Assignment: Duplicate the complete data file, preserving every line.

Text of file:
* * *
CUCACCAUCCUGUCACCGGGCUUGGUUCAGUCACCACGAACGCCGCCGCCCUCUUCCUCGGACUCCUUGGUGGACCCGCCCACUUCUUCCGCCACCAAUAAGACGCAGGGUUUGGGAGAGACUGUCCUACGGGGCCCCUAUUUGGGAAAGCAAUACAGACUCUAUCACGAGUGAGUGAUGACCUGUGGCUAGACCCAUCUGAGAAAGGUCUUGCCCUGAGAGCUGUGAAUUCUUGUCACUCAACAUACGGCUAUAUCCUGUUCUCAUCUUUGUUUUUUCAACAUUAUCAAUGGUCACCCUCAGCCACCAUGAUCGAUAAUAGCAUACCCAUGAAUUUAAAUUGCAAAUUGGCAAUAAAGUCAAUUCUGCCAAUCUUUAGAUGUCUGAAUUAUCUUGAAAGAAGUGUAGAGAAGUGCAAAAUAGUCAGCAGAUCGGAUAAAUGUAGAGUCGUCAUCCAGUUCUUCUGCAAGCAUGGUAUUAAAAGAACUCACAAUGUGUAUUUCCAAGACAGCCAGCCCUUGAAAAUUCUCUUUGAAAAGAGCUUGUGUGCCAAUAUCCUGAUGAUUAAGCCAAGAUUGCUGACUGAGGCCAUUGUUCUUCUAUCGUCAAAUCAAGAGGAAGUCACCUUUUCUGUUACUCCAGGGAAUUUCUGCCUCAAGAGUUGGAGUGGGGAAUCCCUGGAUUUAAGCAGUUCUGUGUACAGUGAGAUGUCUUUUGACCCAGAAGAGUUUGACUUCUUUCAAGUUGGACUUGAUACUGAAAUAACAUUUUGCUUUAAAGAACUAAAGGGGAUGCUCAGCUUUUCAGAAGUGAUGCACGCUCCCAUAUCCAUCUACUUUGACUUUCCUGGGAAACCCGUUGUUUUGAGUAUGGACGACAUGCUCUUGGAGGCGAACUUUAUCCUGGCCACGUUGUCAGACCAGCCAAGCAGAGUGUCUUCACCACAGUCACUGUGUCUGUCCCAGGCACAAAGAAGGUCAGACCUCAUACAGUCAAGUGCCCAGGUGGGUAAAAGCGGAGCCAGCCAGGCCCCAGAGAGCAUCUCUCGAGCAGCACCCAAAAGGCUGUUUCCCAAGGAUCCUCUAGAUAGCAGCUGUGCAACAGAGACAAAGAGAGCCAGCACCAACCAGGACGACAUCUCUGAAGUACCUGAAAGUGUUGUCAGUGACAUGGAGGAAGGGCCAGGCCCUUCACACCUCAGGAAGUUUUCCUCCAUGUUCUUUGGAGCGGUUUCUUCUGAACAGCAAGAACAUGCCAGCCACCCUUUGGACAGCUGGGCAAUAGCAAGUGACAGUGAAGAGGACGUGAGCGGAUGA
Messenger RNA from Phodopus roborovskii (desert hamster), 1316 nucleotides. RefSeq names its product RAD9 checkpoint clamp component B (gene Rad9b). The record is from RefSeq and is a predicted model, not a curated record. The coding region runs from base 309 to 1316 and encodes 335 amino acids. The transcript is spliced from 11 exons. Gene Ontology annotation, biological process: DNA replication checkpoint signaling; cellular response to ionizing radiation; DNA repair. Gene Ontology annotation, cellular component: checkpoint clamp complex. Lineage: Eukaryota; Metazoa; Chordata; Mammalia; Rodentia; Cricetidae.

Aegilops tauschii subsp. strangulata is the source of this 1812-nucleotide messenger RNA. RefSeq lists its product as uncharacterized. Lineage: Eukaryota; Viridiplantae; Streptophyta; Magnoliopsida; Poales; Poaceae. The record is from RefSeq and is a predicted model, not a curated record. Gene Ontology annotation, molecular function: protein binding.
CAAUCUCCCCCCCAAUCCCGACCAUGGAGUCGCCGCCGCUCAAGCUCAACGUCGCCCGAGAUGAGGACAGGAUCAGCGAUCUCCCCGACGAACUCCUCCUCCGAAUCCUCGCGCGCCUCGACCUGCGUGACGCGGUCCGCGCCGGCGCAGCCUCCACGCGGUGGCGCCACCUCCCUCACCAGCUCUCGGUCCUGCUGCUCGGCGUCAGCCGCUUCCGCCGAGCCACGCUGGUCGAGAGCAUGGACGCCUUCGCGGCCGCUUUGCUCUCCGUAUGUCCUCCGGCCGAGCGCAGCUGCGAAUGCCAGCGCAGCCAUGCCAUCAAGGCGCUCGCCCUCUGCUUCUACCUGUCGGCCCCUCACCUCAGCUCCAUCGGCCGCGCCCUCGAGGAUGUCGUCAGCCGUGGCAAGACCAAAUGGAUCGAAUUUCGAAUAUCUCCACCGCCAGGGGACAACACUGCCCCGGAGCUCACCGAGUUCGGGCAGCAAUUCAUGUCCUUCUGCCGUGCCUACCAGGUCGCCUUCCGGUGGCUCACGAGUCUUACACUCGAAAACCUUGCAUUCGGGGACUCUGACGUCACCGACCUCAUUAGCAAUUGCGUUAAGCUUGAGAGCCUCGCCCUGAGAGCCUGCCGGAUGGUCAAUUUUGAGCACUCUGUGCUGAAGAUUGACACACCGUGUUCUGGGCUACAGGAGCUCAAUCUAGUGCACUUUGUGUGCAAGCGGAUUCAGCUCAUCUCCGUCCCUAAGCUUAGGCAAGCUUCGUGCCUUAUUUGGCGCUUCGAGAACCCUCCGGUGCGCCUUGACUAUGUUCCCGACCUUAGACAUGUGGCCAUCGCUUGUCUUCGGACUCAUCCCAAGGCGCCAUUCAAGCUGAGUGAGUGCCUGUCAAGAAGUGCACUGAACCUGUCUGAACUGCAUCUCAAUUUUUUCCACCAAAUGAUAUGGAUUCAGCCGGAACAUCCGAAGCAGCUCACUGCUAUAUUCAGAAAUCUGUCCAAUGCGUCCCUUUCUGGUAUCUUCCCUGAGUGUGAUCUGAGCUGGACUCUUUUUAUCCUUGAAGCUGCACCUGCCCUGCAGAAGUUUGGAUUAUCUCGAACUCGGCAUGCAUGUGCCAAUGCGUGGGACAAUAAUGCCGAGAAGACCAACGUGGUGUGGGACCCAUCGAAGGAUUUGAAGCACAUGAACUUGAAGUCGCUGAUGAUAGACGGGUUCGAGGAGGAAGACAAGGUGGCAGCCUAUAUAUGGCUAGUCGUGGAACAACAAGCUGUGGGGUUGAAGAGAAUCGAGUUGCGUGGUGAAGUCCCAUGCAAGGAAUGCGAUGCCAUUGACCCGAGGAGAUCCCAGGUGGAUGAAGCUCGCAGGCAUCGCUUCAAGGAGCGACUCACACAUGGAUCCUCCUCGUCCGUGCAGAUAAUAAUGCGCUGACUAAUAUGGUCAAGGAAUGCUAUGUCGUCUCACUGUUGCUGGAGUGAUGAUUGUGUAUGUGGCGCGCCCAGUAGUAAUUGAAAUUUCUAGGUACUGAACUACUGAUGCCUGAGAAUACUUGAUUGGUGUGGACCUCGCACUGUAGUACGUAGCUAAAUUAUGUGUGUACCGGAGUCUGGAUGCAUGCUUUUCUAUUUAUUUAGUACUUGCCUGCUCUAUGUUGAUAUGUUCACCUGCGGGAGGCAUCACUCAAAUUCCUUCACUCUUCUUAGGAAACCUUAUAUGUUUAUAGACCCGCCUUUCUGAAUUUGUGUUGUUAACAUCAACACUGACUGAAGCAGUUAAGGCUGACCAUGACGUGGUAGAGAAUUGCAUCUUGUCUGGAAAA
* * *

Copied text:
CUCACCAUCCUGUCACCGGGCUUGGUUCAGUCACCACGAACGCCGCCGCCCUCUUCCUCGGACUCCUUGGUGGACCCGCCCACUUCUUCCGCCACCAAUAAGACGCAGGGUUUGGGAGAGACUGUCCUACGGGGCCCCUAUUUGGGAAAGCAAUACAGACUCUAUCACGAGUGAGUGAUGACCUGUGGCUAGACCCAUCUGAGAAAGGUCUUGCCCUGAGAGCUGUGAAUUCUUGUCACUCAACAUACGGCUAUAUCCUGUUCUCAUCUUUGUUUUUUCAACAUUAUCAAUGGUCACCCUCAGCCACCAUGAUCGAUAAUAGCAUACCCAUGAAUUUAAAUUGCAAAUUGGCAAUAAAGUCAAUUCUGCCAAUCUUUAGAUGUCUGAAUUAUCUUGAAAGAAGUGUAGAGAAGUGCAAAAUAGUCAGCAGAUCGGAUAAAUGUAGAGUCGUCAUCCAGUUCUUCUGCAAGCAUGGUAUUAAAAGAACUCACAAUGUGUAUUUCCAAGACAGCCAGCCCUUGAAAAUUCUCUUUGAAAAGAGCUUGUGUGCCAAUAUCCUGAUGAUUAAGCCAAGAUUGCUGACUGAGGCCAUUGUUCUUCUAUCGUCAAAUCAAGAGGAAGUCACCUUUUCUGUUACUCCAGGGAAUUUCUGCCUCAAGAGUUGGAGUGGGGAAUCCCUGGAUUUAAGCAGUUCUGUGUACAGUGAGAUGUCUUUUGACCCAGAAGAGUUUGACUUCUUUCAAGUUGGACUUGAUACUGAAAUAACAUUUUGCUUUAAAGAACUAAAGGGGAUGCUCAGCUUUUCAGAAGUGAUGCACGCUCCCAUAUCCAUCUACUUUGACUUUCCUGGGAAACCCGUUGUUUUGAGUAUGGACGACAUGCUCUUGGAGGCGAACUUUAUCCUGGCCACGUUGUCAGACCAGCCAAGCAGAGUGUCUUCACCACAGUCACUGUGUCUGUCCCAGGCACAAAGAAGGUCAGACCUCAUACAGUCAAGUGCCCAGGUGGGUAAAAGCGGAGCCAGCCAGGCCCCAGAGAGCAUCUCUCGAGCAGCACCCAAAAGGCUGUUUCCCAAGGAUCCUCUAGAUAGCAGCUGUGCAACAGAGACAAAGAGAGCCAGCACCAACCAGGACGACAUCUCUGAAGUACCUGAAAGUGUUGUCAGUGACAUGGAGGAAGGGCCAGGCCCUUCACACCUCAGGAAGUUUUCCUCCAUGUUCUUUGGAGCGGUUUCUUCUGAACAGCAAGAACAUGCCAGCCACCCUUUGGACAGCUGGGCAAUAGCAAGUGACAGUGAAGAGGACGUGAGCGGAUGA
Messenger RNA from Phodopus roborovskii (desert hamster), 1316 nucleotides. RefSeq names its product RAD9 checkpoint clamp component B (gene Rad9b). The record is from RefSeq and is a predicted model, not a curated record. The coding region runs from base 309 to 1316 and encodes 335 amino acids. The transcript is spliced from 11 exons. Gene Ontology annotation, biological process: DNA replication checkpoint signaling; cellular response to ionizing radiation; DNA repair. Gene Ontology annotation, cellular component: checkpoint clamp complex. Lineage: Eukaryota; Metazoa; Chordata; Mammalia; Rodentia; Cricetidae.

Aegilops tauschii subsp. strangulata is the source of this 1812-nucleotide messenger RNA. RefSeq lists its product as uncharacterized. Lineage: Eukaryota; Viridiplantae; Streptophyta; Magnoliopsida; Poales; Poaceae. The record is from RefSeq and is a predicted model, not a curated record. Gene Ontology annotation, molecular function: protein binding.
CAAUCUCCCCCCCAAUCCCGACCAUGGAGUCGCCGCCGCUCAAGCUCAACGUCGCCCGAGAUGAGGACAGGAUCAGCGAUCUCCCCGACGAACUCCUCCUCCGAAUCCUCGCGCGCCUCGACCUGCGUGACGCGGUCCGCGCCGGCGCAGCCUCCACGCGGUGGCGCCACCUCCCUCACCAGCUCUCGGUCCUGCUGCUCGGCGUCAGCCGCUUCCGCCGAGCCACGCUGGUCGAGAGCAUGGACGCCUUCGCGGCCGCUUUGCUCUCCGUAUGUCCUCCGGCCGAGCGCAGCUGCGAAUGCCAGCGCAGCCAUGCCAUCAAGGCGCUCGCCCUCUGCUUCUACCUGUCGGCCCCUCACCUCAGCUCCAUCGGCCGCGCCCUCGAGGAUGUCGUCAGCCGUGGCAAGACCAAAUGGAUCGAAUUUCGAAUAUCUCCACCGCCAGGGGACAACACUGCCCCGGAGCUCACCGAGUUCGGGCAGCAAUUCAUGUCCUUCUGCCGUGCCUACCAGGUCGCCUUCCGGUGGCUCACGAGUCUUACACUCGAAAACCUUGCAUUCGGGGACUCUGACGUCACCGACCUCAUUAGCAAUUGCGUUAAGCUUGAGAGCCUCGCCCUGAGAGCCUGCCGGAUGGUCAAUUUUGAGCACUCUGUGCUGAAGAUUGACACACCGUGUUCUGGGCUACAGGAGCUCAAUCUAGUGCACUUUGUGUGCAAGCGGAUUCAGCUCAUCUCCGUCCCUAAGCUUAGGCAAGCUUCGUGCCUUAUUUGGCGCUUCGAGAACCCUCCGGUGCGCCUUGACUAUGUUCCCGACCUUAGACAUGUGGCCAUCGCUUGUCUUCGGACUCAUCCCAAGGCGCCAUUCAAGCUGAGUGAGUGCCUGUCAAGAAGUGCACUGAACCUGUCUGAACUGCAUCUCAAUUUUUUCCACCAAAUGAUAUGGAUUCAGCCGGAACAUCCGAAGCAGCUCACUGCUAUAUUCAGAAAUCUGUCCAAUGCGUCCCUUUCUGGUAUCUUCCCUGAGUGUGAUCUGAGCUGGACUCUUUUUAUCCUUGAAGCUGCACCUGCCCUGCAGAAGUUUGGAUUAUCUCGAACUCGGCAUGCAUGUGCCAAUGCGUGGGACAAUAAUGCCGAGAAGACCAACGUGGUGUGGGACCCAUCGAAGGAUUUGAAGCACAUGAACUUGAAGUCGCUGAUGAUAGACGGGUUCGAGGAGGAAGACAAGGUGGCAGCCUAUAUAUGGCUAGUCGUGGAACAACAAGCUGUGGGGUUGAAGAGAAUCGAGUUGCGUGGUGAAGUCCCAUGCAAGGAAUGCGAUGCCAUUGACCCGAGGAGAUCCCAGGUGGAUGAAGCUCGCAGGCAUCGCUUCAAGGAGCGACUCACACAUGGAUCCUCCUCGUCCGUGCAGAUAAUAAUGCGCUGACUAAUAUGGUCAAGGAAUGCUAUGUCGUCUCACUGUUGCUGGAGUGAUGAUUGUGUAUGUGGCGCGCCCAGUAGUAAUUGAAAUUUCUAGGUACUGAACUACUGAUGCCUGAGAAUACUUGAUUGGUGUGGACCUCGCACUGUAGUACGUAGCUAAAUUAUGUGUGUACCGGAGUCUGGAUGCAUGCUUUUCUAUUUAUUUAGUACUUGCCUGCUCUAUGUUGAUAUGUUCACCUGCGGGAGGCAUCACUCAAAUUCCUUCACUCUUCUUAGGAAACCUUAUAUGUUUAUAGACCCGCCUUUCUGAAUUUGUGUUGUUAACAUCAACACUGACUGAAGCAGUUAAGGCUGACCAUGACGUGGUAGAGAAUUGCAUCUUGUCUGGAAAA